The Psychological Dynamics of A Young Or Even An Older Person’s Resistance To A Repressive Or An Oppressive Society Is Similar To That Of A Child’s Resistance To The Despotism Of An Adult Family Member

Alexander (Bertil Guve) (in the part of the film, dedicated to his confrontation with the Bishop Edvard Vergerus – Jan Malmsjo) personifies not only a child abused by an adult and not only a human being abused by another person, but any citizen abused by a totalitarian or a neo-totalitarian political system.

Bergman and Bertil Guve (Alexander) on the set of “Fanny and Alexander”

“Jag Hatar inte dig, Alexander. Jag alskar dig.” (“I don’t hate you, Alexander. I love you” (Bishop Vergerus)

We see here what can be called the first phase of resistance to a despotic adult family member (here to the step-father, who just married Alexander’s mother after the death of his father). Alexander knows that he, in the eyes of “this new father” is on the wrong side, but he cannot accept this man’s authoritarian ideas about forced obedience (that it’s natural and normal to force obedience). Alexander’s heart resists – why has a person either surrender or be defeated? Why between people or sides cannot be other way? Alexander going through the first phase of resistance, is, as if, hiding his disagreement with his mistreatment by “hiding his eyes under his lids”. Pay attention to how close stepfather‘s fist to Alexander’s face – it’s not only the warning, but step-father defense against his step-son’s resistance. The curious thing is, that Bishop feels that the child’s resistance is the real menace to him, that Alexander is an attacking side, not resisting one.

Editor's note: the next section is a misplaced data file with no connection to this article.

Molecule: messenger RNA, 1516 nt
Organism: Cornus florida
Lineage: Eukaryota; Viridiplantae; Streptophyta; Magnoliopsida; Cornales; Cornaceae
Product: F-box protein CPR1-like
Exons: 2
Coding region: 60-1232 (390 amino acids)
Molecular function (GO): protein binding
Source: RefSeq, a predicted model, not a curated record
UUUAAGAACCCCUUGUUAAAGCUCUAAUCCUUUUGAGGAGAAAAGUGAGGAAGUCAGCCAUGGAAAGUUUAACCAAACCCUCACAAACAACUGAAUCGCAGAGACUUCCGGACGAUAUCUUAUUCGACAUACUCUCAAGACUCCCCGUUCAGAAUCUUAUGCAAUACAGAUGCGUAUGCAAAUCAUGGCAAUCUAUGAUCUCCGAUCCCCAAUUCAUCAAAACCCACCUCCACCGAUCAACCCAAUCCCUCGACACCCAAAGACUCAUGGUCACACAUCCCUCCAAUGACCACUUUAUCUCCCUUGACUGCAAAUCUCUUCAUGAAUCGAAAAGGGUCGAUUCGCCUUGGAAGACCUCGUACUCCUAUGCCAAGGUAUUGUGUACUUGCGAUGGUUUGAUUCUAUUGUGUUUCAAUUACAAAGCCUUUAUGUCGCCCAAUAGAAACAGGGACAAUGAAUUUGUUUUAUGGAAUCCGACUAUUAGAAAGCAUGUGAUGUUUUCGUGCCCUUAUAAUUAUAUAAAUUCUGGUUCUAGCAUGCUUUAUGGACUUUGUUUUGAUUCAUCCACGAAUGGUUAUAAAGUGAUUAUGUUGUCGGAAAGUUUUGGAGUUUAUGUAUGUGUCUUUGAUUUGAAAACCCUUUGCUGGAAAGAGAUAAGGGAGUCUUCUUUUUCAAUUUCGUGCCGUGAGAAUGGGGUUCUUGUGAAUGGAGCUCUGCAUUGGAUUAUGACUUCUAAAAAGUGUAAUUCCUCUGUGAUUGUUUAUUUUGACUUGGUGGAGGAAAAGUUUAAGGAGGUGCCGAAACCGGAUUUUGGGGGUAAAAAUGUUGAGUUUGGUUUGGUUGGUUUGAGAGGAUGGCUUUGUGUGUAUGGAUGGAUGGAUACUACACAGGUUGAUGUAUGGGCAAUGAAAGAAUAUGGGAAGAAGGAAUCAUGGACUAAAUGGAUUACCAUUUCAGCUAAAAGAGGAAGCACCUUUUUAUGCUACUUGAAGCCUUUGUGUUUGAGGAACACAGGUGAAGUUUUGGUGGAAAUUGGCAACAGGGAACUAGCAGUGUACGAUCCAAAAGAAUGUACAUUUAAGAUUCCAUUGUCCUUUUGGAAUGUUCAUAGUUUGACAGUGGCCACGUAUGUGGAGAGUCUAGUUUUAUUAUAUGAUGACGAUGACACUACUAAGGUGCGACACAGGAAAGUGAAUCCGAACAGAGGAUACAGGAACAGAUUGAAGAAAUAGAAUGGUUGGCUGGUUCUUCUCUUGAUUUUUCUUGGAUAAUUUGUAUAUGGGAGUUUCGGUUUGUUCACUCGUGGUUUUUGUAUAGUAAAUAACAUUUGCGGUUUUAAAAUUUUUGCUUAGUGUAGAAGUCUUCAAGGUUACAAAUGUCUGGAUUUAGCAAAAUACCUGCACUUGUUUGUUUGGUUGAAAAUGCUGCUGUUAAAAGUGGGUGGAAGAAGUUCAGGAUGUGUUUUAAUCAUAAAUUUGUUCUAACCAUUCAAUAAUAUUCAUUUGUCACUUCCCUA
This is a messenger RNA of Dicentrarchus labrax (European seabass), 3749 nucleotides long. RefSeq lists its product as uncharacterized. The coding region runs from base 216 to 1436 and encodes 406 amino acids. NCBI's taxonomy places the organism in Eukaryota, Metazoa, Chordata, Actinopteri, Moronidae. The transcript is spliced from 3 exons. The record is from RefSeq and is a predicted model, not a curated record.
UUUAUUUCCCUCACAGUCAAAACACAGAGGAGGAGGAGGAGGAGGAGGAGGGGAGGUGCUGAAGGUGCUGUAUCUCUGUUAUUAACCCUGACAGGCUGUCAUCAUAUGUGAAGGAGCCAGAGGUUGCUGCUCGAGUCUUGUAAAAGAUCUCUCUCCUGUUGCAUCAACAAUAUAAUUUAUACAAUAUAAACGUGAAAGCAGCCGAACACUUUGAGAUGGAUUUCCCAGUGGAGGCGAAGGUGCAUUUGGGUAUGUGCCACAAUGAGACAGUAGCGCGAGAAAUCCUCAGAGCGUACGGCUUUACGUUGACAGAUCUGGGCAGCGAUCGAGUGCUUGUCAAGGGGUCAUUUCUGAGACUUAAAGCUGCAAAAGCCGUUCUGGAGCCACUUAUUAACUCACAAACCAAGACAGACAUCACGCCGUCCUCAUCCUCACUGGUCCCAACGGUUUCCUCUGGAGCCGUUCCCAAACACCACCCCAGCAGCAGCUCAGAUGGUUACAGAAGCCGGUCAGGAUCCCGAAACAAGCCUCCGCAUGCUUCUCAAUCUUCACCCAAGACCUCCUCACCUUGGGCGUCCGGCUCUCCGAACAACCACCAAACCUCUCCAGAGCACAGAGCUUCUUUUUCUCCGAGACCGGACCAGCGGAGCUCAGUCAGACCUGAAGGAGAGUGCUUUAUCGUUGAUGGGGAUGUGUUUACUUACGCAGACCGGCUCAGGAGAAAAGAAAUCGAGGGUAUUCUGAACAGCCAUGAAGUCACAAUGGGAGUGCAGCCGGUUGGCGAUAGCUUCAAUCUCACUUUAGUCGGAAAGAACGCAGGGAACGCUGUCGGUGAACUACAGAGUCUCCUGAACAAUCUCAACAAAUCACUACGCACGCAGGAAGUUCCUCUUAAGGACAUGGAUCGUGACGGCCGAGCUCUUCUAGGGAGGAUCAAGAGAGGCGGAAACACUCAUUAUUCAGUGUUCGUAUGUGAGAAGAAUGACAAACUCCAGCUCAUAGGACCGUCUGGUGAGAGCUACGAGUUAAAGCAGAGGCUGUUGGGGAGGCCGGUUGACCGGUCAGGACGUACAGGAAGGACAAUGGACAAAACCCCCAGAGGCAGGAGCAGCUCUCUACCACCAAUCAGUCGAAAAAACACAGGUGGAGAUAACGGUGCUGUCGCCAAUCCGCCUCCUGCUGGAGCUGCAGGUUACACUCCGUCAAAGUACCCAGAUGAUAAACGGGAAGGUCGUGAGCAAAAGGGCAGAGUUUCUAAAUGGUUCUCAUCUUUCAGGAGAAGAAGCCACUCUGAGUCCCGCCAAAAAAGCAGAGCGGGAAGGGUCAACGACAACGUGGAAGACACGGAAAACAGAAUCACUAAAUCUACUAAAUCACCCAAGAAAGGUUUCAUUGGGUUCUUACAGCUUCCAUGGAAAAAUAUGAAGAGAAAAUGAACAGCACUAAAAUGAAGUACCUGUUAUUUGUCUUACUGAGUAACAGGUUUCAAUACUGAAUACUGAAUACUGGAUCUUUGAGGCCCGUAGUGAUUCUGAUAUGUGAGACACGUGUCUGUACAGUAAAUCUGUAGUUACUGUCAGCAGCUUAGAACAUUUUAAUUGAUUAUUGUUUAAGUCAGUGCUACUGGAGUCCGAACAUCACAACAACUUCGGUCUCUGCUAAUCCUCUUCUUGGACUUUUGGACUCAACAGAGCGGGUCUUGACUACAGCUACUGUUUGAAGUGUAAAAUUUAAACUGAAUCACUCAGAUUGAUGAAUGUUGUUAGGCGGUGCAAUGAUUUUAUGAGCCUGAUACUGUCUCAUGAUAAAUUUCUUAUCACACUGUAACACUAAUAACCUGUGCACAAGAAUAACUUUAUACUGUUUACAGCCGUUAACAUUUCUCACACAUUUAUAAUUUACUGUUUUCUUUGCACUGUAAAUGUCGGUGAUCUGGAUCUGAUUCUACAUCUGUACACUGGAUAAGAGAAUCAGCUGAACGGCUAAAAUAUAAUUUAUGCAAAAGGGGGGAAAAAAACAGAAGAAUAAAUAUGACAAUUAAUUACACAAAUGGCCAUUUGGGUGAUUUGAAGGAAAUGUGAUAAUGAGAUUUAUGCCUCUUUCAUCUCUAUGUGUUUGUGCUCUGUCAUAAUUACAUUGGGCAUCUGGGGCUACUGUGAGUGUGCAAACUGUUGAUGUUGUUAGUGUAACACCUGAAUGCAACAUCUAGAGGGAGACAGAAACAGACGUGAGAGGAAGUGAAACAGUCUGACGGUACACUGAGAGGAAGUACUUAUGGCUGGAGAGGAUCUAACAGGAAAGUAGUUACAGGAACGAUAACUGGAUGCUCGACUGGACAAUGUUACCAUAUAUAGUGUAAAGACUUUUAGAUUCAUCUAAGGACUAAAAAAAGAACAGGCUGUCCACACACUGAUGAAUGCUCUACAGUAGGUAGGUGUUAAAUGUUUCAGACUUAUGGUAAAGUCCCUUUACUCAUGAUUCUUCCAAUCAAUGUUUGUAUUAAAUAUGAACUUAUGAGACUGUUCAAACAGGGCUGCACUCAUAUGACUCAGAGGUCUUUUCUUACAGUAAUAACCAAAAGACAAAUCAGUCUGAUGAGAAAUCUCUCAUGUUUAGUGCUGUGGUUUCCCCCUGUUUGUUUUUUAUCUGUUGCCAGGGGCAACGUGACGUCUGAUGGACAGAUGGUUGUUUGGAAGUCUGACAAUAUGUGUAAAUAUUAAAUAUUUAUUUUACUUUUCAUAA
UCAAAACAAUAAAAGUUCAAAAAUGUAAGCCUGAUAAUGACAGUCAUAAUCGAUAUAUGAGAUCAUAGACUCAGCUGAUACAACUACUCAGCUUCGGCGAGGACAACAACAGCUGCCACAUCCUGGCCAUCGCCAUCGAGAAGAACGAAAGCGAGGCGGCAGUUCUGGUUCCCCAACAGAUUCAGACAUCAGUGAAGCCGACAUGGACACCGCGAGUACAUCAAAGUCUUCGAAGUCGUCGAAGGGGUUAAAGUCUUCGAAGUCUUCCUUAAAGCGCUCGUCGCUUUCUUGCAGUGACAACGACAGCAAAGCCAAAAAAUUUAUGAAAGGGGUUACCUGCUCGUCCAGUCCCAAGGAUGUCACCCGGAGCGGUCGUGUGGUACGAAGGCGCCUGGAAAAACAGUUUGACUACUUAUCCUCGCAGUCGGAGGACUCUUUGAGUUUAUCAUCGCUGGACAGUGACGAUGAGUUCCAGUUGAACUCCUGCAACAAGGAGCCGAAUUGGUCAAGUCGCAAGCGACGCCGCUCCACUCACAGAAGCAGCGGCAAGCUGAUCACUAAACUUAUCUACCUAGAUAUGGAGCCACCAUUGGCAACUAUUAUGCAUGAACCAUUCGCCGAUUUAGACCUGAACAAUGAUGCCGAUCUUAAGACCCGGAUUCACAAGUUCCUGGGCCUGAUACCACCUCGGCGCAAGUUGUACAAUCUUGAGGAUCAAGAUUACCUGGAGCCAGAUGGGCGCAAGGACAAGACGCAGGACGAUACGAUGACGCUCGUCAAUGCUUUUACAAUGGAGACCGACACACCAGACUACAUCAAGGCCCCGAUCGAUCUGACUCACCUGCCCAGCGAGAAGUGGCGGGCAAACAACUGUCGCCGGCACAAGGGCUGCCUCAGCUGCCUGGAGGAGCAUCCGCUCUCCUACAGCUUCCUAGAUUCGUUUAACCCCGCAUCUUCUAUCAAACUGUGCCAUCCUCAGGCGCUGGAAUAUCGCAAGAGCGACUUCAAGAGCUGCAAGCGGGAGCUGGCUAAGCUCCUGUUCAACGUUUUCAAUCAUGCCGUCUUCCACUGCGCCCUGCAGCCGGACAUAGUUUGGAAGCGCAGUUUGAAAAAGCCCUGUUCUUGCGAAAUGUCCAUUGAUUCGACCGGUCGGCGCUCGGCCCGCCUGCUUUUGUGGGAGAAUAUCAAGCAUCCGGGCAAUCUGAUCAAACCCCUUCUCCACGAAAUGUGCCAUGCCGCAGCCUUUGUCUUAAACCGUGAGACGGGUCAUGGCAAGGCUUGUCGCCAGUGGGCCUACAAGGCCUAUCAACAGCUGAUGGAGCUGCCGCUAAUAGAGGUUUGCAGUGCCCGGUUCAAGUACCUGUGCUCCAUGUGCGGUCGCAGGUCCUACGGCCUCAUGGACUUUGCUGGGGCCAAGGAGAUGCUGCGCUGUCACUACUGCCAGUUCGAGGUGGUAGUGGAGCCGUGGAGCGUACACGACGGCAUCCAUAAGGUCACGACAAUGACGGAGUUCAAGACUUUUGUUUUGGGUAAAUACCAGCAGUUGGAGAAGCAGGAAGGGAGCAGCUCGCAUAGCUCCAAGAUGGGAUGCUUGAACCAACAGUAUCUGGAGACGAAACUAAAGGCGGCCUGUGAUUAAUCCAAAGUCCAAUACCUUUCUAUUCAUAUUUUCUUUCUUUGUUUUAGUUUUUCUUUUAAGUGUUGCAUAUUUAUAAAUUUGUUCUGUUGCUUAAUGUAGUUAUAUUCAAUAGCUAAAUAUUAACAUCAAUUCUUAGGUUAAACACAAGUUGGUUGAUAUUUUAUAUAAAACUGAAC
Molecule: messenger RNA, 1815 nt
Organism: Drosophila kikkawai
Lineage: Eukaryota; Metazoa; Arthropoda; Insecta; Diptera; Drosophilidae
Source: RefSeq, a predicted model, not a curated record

Alexander doesn’t want to follow this stranger’s will, but the gaze of the “dominant man” was pressing him, as if, trying to squeeze from him surrender to the authority of the new-paternal will.

And here it is happened like a stubborn sun-beam from the child’s will – the power grows with resistance.

Alexander’s gaze at Bishop Vergerus is not just challenging and not only resisting. It’s asking the question how an elder man can treat him – a child, from the position of power armed with righteousness. Alexander wants to understand how this radical injustice can exist – that an adult puts his power to brake the will of a child.

The bishop intensifies his crushing gaze, but the silent resistance of Alexander’s eyes, already as strong as the wall made of stone, is intensifying too. Human will is not supposed to be attacked and broken. It supposed to be addressed with emotional equality and rational argumentation. The second phase of resistance is reaction on abusive behavior triggered by the demanding and forcing manly hands which can spank, beat and suffocate the “vicious child” who resists. Step-father, as if, warns to deform Alexander’s neck, as if, suggesting that their physical closeness is of the bond to death. Here we see the closeness of child abuse to the bodily molestation. But the child resists now openly, eye to eye, will to will.